Last week, Reuters reported that Target “is cracking down on suppliers as part of a multi-billion dollar overhaul to speed up its supply chain and better compete with rivals.” Specifically, the retailer “plans to tighten deadlines for deliveries to its warehouses, hike fines for late deliveries, and could institute penalties of up to $10,000 for inaccuracies in product information, according to a letter sent to suppliers and obtained by Reuters and an interview with Target’s chief operating officer John Mulligan.”
According to the article, Walmart is also tightening delivery windows and redefining on-time delivery:
At an annual vendor conference in February, Wal-Mart informed suppliers that it was raising its standard for on-time delivery to 95 percent from 90 percent, according to a Wal-Mart presentation slide posted on a Facebook group and confirmed by several suppliers. Wal-Mart is also cutting the window for deliveries to within 1 to 2 days of a target date, depending on the product category, from 1 to 4 days previously, the Wal-Mart slide showed.
It’s the same old same old approach to supplier relationship management. In the past you might have called it a “carrot and stick” approach, except today the carrot keeps shrinking or is missing altogether and the stick keeps getting bigger and harder.
There is no innovation here. None.
Positive Discipline is an approach to parenting and teaching popularized by the best selling Positive Discipline books by Dr. Jane Nelsen. Watch the short video below where Dr. Nelson talks about the Five Criteria for Positive Discipline, and as you watch, replace “parents” with “retailers” and “children” with “suppliers” and I believe much of the advice applies.
For example, one of the criterions is that you need tools that work in the long term, not just the short term. As Dr. Nelsen states in the video (with my word substitutions):
Positive discipline, non-punitive [supplier relationship management tools] work long term, not just short term. I’m not saying that punishment doesn’t work if all you’re interested in is stopping the [unwanted] behavior right now; punishment will do that. But we need to be aware of what [suppliers] are thinking, feeling, and deciding that affects them long term.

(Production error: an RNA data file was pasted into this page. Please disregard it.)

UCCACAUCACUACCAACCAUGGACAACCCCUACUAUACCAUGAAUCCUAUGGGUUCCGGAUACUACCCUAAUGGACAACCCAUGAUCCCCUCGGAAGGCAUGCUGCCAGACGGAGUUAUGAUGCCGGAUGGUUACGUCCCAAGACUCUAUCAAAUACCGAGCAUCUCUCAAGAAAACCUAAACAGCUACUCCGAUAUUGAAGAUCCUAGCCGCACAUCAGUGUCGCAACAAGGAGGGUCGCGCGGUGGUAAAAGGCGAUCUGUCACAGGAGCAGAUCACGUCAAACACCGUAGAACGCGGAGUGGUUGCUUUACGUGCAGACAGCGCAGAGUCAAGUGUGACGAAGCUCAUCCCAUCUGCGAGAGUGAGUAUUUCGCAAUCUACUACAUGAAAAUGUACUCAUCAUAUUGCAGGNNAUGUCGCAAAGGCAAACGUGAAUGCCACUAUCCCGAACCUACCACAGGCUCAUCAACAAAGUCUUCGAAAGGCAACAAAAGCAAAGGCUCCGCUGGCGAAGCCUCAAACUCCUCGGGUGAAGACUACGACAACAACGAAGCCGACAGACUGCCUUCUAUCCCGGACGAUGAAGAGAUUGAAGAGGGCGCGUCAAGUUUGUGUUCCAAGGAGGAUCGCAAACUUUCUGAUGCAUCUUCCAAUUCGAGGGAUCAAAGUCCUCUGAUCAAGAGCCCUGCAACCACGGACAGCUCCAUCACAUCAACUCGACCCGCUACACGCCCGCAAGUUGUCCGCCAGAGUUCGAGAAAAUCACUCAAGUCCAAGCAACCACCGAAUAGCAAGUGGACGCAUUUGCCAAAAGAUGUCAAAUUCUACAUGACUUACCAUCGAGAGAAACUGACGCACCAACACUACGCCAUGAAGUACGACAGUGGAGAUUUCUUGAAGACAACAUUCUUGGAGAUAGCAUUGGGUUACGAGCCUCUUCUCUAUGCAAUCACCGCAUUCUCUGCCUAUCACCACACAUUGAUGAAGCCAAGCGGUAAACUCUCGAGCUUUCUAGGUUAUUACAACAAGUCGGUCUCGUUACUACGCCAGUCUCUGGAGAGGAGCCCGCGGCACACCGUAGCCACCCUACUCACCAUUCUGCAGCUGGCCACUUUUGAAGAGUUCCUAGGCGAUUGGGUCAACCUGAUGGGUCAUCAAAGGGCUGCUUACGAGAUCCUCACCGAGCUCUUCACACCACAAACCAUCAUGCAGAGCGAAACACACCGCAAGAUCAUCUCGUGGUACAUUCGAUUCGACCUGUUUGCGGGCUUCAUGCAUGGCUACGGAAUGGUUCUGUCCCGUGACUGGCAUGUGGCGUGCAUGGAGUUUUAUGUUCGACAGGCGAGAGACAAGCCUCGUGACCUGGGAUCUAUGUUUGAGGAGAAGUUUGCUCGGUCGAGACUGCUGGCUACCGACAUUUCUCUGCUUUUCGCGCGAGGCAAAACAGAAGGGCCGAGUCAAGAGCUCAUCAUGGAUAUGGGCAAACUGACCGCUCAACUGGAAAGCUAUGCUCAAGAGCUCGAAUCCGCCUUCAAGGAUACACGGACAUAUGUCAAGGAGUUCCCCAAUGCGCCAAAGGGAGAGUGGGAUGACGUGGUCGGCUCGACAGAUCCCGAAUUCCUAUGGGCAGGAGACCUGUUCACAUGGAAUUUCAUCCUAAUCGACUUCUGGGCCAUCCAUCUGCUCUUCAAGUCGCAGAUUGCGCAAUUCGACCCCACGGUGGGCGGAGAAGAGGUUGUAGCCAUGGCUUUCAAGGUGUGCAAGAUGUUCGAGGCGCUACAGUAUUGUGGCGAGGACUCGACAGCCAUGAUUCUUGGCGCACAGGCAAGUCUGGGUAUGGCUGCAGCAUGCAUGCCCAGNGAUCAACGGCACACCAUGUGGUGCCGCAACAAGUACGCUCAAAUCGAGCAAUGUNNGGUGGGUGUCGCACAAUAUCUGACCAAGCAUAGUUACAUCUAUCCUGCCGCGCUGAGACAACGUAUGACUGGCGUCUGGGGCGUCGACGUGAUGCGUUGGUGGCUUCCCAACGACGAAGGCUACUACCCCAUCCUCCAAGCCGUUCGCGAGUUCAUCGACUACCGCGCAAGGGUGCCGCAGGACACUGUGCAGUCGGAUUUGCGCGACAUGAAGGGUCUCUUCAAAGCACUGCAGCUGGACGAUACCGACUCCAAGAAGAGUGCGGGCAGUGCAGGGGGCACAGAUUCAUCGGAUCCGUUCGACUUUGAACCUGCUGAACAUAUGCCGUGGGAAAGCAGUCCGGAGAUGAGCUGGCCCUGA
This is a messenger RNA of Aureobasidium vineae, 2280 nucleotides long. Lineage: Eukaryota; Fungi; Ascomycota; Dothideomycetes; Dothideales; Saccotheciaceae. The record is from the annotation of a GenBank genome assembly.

You’ll find a similar theme in the Vested approach to building successful business relationships, which Kate Vitasek and colleagues have outlined in several books. This quote from her book “Vested: How P&G, McDonald’s, and Microsoft are Redefining Winning in Business Relationships” sums it up nicely:
In today’s rapidly evolving world, business relationships based on an outdated ‘win-lose’ mentality won’t withstand a market that demands constant change and adaptation. Only by focusing on ‘win-win’ relationships can companies drive innovation and increase their competitive edge.
Simply put, if you continue using the same old same old approach to supplier relationship management, you will continue to get the same old same old results.
There’s nothing bold and different about carrot and stick. Nothing at all. And wielding a bigger stick and dangling a smaller carrot is even worse.
Nothing else to do but sigh and shake my head.
For related commentary, see:
- Sports Authority: Another Not-So-Great Moment in Supplier Relationship Management
- Walmart’s Message to Suppliers: Talk to the Hand
- The Common Thread in Supply Chain Disputes
- The High Cost of Poor Supplier Relationships
- Nothing Easy About Supplier Relationship Management
- Ripped from the Headlines: Supply Chain Trends in the News